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So tired of their arrogance

Smita PrakashI can always hiss if I can’t bite.” That was Mamata Banerjee last Saturday, smarting over the insult of not being consulted by the UPA before introducing the Big Bang Reforms. The mercurial Trinamool leader seemed angrier over the manner in which the reforms were introduced rather than the reforms themselves. She thundered, “We can bow our heads to Ma, Mati, Manush, but not to the arrogance of power.” Ironically, in the public opinion, as indicated by the markets and television interviews of common people and analysts, she was perceived to be just as arrogant as the UPA.

Ms Banerjee still stays in a small house instead of the palatial Chief Ministerial bungalow and uses a small car rather than a swanky government-given bullet proof limousine. But it is her demeanour of sharp and loutish behaviour that is unappealing. While such behaviour was acceptable when she was an activist or when she campaigned during elections, as a chief minister, she is expected to conduct matters of the state off the streets. Notwithstanding her righteous anger, she should at least be respectful, if not decorous in speech. Mayawati, Yeddyurappa, Jayalalitha, Nitish Kumar, Shivraj Chauhan, Naveen Patnaik have all been opposition chief ministers and scathing on the UPA but I can’t remember any instance where they yelled and screamed, however much they were provoked.

Mamata Banerjee
Vociferous: Ms Banerjee still stays in a small house instead of the palatial Chief Ministerial bungalow and uses a small car. But it is her sharp and loutish behaviour that is unappealingĀ 

This isn’t just an Indian phenomenon. In America too, as the Presidential campaign heats up, the rudeness quotient is rising. Roger Simon POLITICO’S chief political columnist writes, “Rudeness is becoming the new normal. One year ago, 33 percent of Americans accepted incivility as an inherent part of the political process. But this year, that figure has risen to 40 per cent. That’s an increase of more than 21 per cent in just one year.”

And then there is arrogance of the other kind. Those that say things like “we are in the ruling party, we decide the country’s course.” Sure, that is the truth. But do they realise how arrogant they sound? And what makes them believe that they won’t pay a price for this arrogance. In today’s world, if a leader does not communicate or communicates poorly, she will be punished invariably. We saw that with Mayawati. She stayed aloof in her ivory tower when she was the chief minister and virtually terrorised the media. Her press conferences were not interactions but durbars where only she spoke and media persons kept the cameras rolling and held pens to paper. They sat several feet away from her and dared not to get up from their chairs till she had left the room, lest she insult them. Today she purrs when she sees a microphone.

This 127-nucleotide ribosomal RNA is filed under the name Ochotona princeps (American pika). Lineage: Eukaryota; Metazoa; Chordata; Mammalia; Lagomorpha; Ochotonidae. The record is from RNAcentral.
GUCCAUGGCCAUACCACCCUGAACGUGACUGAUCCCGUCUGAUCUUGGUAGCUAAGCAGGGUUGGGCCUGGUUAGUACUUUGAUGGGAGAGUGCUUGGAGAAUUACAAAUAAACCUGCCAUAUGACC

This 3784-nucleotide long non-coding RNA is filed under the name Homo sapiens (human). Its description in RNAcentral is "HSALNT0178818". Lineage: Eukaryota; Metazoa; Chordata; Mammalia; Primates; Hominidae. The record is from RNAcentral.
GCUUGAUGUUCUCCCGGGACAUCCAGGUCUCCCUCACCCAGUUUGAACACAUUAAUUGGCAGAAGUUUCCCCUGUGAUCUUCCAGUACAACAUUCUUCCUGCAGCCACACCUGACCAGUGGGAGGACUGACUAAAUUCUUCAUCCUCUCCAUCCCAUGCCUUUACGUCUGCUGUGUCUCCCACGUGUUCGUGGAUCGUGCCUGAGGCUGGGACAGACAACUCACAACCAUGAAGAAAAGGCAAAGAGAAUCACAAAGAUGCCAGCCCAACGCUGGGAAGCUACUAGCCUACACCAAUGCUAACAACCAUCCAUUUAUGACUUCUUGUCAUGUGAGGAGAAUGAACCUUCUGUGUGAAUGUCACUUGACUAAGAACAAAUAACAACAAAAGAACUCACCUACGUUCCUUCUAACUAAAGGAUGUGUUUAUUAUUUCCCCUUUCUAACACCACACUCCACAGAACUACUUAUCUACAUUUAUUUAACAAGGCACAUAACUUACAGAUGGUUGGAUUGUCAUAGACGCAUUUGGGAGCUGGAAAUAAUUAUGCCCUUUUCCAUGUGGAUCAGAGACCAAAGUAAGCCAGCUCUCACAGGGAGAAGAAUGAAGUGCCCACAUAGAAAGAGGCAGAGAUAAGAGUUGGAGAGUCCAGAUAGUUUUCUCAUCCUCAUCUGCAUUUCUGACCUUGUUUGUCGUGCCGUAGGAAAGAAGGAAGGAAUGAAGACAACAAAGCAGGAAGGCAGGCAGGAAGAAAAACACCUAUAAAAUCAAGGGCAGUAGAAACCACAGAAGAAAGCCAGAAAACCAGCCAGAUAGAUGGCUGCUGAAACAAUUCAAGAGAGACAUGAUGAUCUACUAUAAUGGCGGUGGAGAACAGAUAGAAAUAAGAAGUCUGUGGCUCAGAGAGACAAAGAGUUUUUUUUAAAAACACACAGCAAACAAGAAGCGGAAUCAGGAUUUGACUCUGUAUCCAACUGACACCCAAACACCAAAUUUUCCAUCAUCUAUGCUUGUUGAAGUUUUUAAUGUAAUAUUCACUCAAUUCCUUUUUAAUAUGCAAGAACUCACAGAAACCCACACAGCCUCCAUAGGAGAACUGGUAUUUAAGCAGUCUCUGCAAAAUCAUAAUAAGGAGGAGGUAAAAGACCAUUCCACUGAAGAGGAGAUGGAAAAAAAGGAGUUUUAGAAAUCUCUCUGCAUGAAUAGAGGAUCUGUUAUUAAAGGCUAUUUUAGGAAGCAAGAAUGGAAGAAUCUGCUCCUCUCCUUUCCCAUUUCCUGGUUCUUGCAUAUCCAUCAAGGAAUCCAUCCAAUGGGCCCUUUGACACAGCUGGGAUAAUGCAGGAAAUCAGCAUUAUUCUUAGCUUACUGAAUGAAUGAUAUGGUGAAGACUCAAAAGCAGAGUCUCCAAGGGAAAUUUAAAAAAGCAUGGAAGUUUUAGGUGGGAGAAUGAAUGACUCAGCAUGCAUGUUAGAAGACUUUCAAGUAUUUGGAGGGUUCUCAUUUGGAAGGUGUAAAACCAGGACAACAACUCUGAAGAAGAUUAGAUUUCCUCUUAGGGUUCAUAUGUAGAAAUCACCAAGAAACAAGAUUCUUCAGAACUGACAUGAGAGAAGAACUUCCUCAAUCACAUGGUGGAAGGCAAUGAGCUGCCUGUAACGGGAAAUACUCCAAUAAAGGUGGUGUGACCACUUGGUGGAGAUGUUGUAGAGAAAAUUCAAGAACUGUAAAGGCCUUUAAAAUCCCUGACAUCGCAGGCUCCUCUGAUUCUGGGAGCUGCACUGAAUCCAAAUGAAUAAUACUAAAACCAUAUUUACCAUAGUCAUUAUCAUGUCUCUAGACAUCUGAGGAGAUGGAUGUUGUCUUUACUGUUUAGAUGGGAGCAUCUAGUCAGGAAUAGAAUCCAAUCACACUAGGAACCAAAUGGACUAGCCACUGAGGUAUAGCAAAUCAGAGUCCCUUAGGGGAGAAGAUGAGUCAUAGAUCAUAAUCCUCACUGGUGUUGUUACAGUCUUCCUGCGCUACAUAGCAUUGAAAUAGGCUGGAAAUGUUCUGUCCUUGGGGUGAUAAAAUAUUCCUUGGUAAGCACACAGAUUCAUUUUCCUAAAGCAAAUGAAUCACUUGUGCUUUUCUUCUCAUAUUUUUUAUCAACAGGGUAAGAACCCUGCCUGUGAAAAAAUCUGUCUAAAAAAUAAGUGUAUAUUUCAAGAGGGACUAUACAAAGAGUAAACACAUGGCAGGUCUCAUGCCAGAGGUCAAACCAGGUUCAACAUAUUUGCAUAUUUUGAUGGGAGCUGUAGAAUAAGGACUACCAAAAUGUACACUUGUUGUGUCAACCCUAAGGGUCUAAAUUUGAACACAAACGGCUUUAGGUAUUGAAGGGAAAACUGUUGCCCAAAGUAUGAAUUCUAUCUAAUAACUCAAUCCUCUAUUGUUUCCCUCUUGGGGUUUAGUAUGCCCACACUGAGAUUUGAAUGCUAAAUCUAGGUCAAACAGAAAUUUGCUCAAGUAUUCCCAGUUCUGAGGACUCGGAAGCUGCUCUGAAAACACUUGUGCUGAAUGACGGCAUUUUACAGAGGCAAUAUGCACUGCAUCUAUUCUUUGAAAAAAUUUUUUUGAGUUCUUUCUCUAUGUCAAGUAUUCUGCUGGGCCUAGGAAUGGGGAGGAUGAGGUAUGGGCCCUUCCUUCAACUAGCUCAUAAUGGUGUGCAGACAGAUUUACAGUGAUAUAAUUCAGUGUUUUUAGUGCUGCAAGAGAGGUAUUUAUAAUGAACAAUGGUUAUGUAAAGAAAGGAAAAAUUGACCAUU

The age of arrogant leaders is over. It is time our politicians and bureaucrats read the writing on the wall. The public loathes their fleet of beacon-fitted cars, and their big bungalows with high walls. The masses seethe when these leaders talk down from the bully pulpit. It angers us to see the ease with which they slip into the entitlement regime. Most do nothing to justify being placed in that exalted position.

In India we have come to accept sons and daughters getting into their parents’ profession, whether it be politics, journalism, films, business or arts. It almost seems ingrained in our culture. The inheritance of ‘entitlement’ is inbred in us: we have the right — often bequeathed as duty — to be or do something that our forefathers did. So we have political dynasties, film dynasties, media moghuls and music gharanas (that term now literally means father to son rather than guru to shishya).

But what about the duty of living up to the responsibility entrusted in you, of being worthy of the respect that comes as entitlement. Instead, we mostly see arrogance, of both power and wealth. One derived from the other.

One remembers Atal Behari Vajpayee’s tenure as Prime Minister for the ‘sabhyata’ or civility and refinement of behaviour that he brought to 7 Race Course Road. The respectful conduct that he displayed is similar to Dr Manmohan Singh’s, even though Dr Singh lacks Mr Vajpayee’s communication skills. Dr Singh has of course taken communication through silence to another level: “Hazaaron Jawabon Se Acchi Hai Meri Khamoshi, Na Jaane Kitne Sawaalon Ki Aabru Rakhe”.

We do need a return to propriety and decency in public behaviour. Not hypocritical humility and not cantankerous arrogance. Those who are sensitive to public opinion shouldn’t build higher walls of arrogance to keep the masses out.

Smita Prakash is Editor, News at Asian News International. You can follow her on twitter @smitaprakash

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